Although there has been an easing of restrictions in South Carolina, we still require masks in our shop. Some of my employees and I have been vaccinated, and even though we aren’t required by the state to mask up, wearing them is the best way to ensure that our customers feel protected and welcome.

We are only 11-months-old, so all I know is being a small business owner during a pandemic. I wrote my business plan before the pandemic started, so although I adapted to the current supply-chain environment, it’s all I’ve experienced. In this past year, obtaining parts for repair and upgrades has been a huge challenge. We explain long lead times to customers and grab extra product when it’s available. Wait times have been extremely long. Unfortunately, our hands are tied here. Most customers seem to understand, but the frustration still exists. The biggest adaptation I will keep is to be sure to inform the customer that things change without notice. We’ll keep this until we’re truly back to “normal.”

BENTONVILLE, Ark.: Shawna Macan, manager Mojo Cycling

Shawna Macan

Arkansas lifted all statewide mandates for COVID-19 in April, but we continue to require masks and will for a while. Other than customers complaining about wearing a mask even more, we haven't noticed much change.

Managing inventory has been stressful, and it's taken a group effort to keep items on our shelves. With as fast as inventory goes out of stock, we need more than one person watching for items 24/7. I thought we would have at least a trickle of bikes coming throughout the year, but there have been constant delays, and the demand isn’t slowing down. We've shifted to doing more custom builds because frames are more readily available than complete bikes, and we've stocked extra helmets, shoes, tires, etc. This is because we've had to pivot to new revenue sources with the lack of bikes to sell. Our inventory focus has shifted to the brands that have supported our shop and work with us to find solutions to the current demand. We are still adapting as things are changing constantly.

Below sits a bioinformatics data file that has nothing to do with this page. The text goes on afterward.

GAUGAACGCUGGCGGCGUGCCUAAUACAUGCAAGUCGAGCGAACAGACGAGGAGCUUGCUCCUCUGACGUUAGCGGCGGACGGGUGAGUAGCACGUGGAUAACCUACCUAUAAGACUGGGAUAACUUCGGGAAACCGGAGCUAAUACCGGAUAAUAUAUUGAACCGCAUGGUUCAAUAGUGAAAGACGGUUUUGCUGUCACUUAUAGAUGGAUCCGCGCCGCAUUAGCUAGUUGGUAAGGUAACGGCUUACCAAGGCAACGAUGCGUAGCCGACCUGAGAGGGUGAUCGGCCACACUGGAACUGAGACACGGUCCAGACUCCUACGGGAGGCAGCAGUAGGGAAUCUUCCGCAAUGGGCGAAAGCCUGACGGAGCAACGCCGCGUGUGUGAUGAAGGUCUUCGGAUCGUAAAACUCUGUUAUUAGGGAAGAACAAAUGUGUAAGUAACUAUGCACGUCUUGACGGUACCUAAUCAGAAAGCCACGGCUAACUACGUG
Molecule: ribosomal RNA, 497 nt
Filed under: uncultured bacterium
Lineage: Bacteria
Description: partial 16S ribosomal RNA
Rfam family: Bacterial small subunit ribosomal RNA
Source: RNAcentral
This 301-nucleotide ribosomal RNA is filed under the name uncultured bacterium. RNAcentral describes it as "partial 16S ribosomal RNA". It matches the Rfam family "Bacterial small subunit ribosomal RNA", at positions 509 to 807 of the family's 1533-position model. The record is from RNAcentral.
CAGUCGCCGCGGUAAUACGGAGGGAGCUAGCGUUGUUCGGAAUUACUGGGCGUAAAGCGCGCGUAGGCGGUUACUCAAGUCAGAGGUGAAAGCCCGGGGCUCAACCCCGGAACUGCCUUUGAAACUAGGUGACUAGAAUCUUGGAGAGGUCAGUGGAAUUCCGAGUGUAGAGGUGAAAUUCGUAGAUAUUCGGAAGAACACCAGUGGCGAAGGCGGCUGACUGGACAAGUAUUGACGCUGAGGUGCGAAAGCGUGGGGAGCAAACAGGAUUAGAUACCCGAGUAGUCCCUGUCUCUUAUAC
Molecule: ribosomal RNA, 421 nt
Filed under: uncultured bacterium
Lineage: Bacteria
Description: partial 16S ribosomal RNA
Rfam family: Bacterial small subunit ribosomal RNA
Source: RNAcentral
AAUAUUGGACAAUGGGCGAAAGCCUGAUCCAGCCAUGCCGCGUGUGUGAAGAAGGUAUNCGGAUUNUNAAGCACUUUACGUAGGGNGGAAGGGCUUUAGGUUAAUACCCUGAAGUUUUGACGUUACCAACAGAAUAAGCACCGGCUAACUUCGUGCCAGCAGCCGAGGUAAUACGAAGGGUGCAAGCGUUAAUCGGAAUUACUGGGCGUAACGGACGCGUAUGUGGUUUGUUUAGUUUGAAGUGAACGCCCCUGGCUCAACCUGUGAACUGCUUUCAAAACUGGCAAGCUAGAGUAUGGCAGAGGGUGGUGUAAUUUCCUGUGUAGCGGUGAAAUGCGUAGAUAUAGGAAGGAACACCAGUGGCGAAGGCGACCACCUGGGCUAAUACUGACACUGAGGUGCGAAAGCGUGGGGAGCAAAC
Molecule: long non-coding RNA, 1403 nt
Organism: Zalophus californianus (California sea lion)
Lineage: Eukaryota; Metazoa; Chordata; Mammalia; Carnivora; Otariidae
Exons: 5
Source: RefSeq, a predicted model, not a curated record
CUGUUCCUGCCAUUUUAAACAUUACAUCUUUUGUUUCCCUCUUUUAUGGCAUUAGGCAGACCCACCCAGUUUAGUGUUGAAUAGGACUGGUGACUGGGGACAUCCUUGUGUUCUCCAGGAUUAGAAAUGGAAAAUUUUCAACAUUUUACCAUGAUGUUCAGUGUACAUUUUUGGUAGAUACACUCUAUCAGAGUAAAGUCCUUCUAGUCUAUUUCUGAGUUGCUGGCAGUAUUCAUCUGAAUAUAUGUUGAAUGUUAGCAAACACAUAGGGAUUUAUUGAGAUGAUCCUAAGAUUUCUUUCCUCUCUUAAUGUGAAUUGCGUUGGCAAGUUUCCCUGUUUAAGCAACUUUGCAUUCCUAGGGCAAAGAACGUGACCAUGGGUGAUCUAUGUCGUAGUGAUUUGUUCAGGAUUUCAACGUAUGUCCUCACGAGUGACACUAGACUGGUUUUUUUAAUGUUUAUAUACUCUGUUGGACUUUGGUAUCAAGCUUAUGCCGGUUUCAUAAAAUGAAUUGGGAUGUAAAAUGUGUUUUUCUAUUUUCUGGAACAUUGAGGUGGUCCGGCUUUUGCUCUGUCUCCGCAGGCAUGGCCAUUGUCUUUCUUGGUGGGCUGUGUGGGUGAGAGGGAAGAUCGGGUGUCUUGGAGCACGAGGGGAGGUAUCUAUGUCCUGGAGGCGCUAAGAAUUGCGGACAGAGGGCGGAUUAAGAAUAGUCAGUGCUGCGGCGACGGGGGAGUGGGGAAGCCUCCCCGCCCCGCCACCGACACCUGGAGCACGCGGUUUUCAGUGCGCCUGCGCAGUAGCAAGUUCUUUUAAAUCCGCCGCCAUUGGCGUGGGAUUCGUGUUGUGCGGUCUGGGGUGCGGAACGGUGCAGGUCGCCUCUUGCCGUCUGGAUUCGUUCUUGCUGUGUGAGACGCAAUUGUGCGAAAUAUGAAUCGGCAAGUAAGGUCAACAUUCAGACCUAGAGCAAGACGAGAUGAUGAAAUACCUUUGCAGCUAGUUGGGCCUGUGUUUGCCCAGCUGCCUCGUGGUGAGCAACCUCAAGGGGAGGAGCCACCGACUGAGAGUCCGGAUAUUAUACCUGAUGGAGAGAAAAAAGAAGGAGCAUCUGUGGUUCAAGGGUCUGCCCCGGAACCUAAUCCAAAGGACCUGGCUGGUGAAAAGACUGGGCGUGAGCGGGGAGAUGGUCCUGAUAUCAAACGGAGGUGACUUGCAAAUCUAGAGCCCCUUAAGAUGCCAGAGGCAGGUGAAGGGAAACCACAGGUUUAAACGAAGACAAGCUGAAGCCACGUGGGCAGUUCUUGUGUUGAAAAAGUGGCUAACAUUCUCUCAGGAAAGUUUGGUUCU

MEMPHIS, Tenn.: Karen Malogorski, co-owner Bikes Plus Inc.

Karen Malogorski

Memphis isn’t fully opened but is moving that direction. Availability of vaccinations has really reduced tension. Even as people are going back to work, bike sales and service remain extremely strong. Events like club rides, triathlons, mountain bike races are beginning to start back up. We continue to wear masks in the shop, social distance, and disinfect daily.

We literally manage stock, vendor back orders, vendor lead times, and receipts on a daily basis. We’re in good and constant communication with our bigger vendors. Service items from distributors continue to hamper accessory and service sales, and service labor is under 10% of our total business. One adaptation that is here to stay is our website, which we invested in during COVID. Customers can view our inventory online, see real time stock, order online, and pick up at the location of their choice. This has tremendously increased not only sales, but the ability to help customers in store to view inventory at all locations with guidance from staff. Bike manufacturers such as Giant and Specialized have also encouraged online purchases for in-store pick up with minimal to no margin sacrifice.

CLAREMONT, Calif.: Dale Mattson, owner The Velo

Dale Mattson

My California-based store was closed for 13 ½  months, and I just reopened. It’s been super busy, and I have a ton of happy customers. As for inventory, I’m spending all of my money on it. During the pandemic, I started doing most of my tuneups from home, and I'll continue to take them there, which frees up space in my 650-square-foot shop. The shop’s focus will be selling cash-and-carry finished bikes that are used. I don’t stock new bikes. As inventory continues to be impacted, I will say all shops should trade in used bikes. Put a “Cash For Bikes” sign in your window!

WHEATON, Ill.: Muneer Radi, general manager, Spokes

Muneer Radi

The current inventory challenges have forced us to forecast out years instead of months. The inventory shortage has highlighted lots of weaknesses in our business model and has helped us fix these areas.

Our service staff is making the best out of the limited parts supply to keep people rolling. Since the pandemic started, we have shifted our labor rates and our accessory pricing to proper levels. Both of these adjustments will stay in place after the supply chain stabilizes.

Dale Mattson.
Topics associated with this article: State of Retail, From the Magazine

Join the Conversation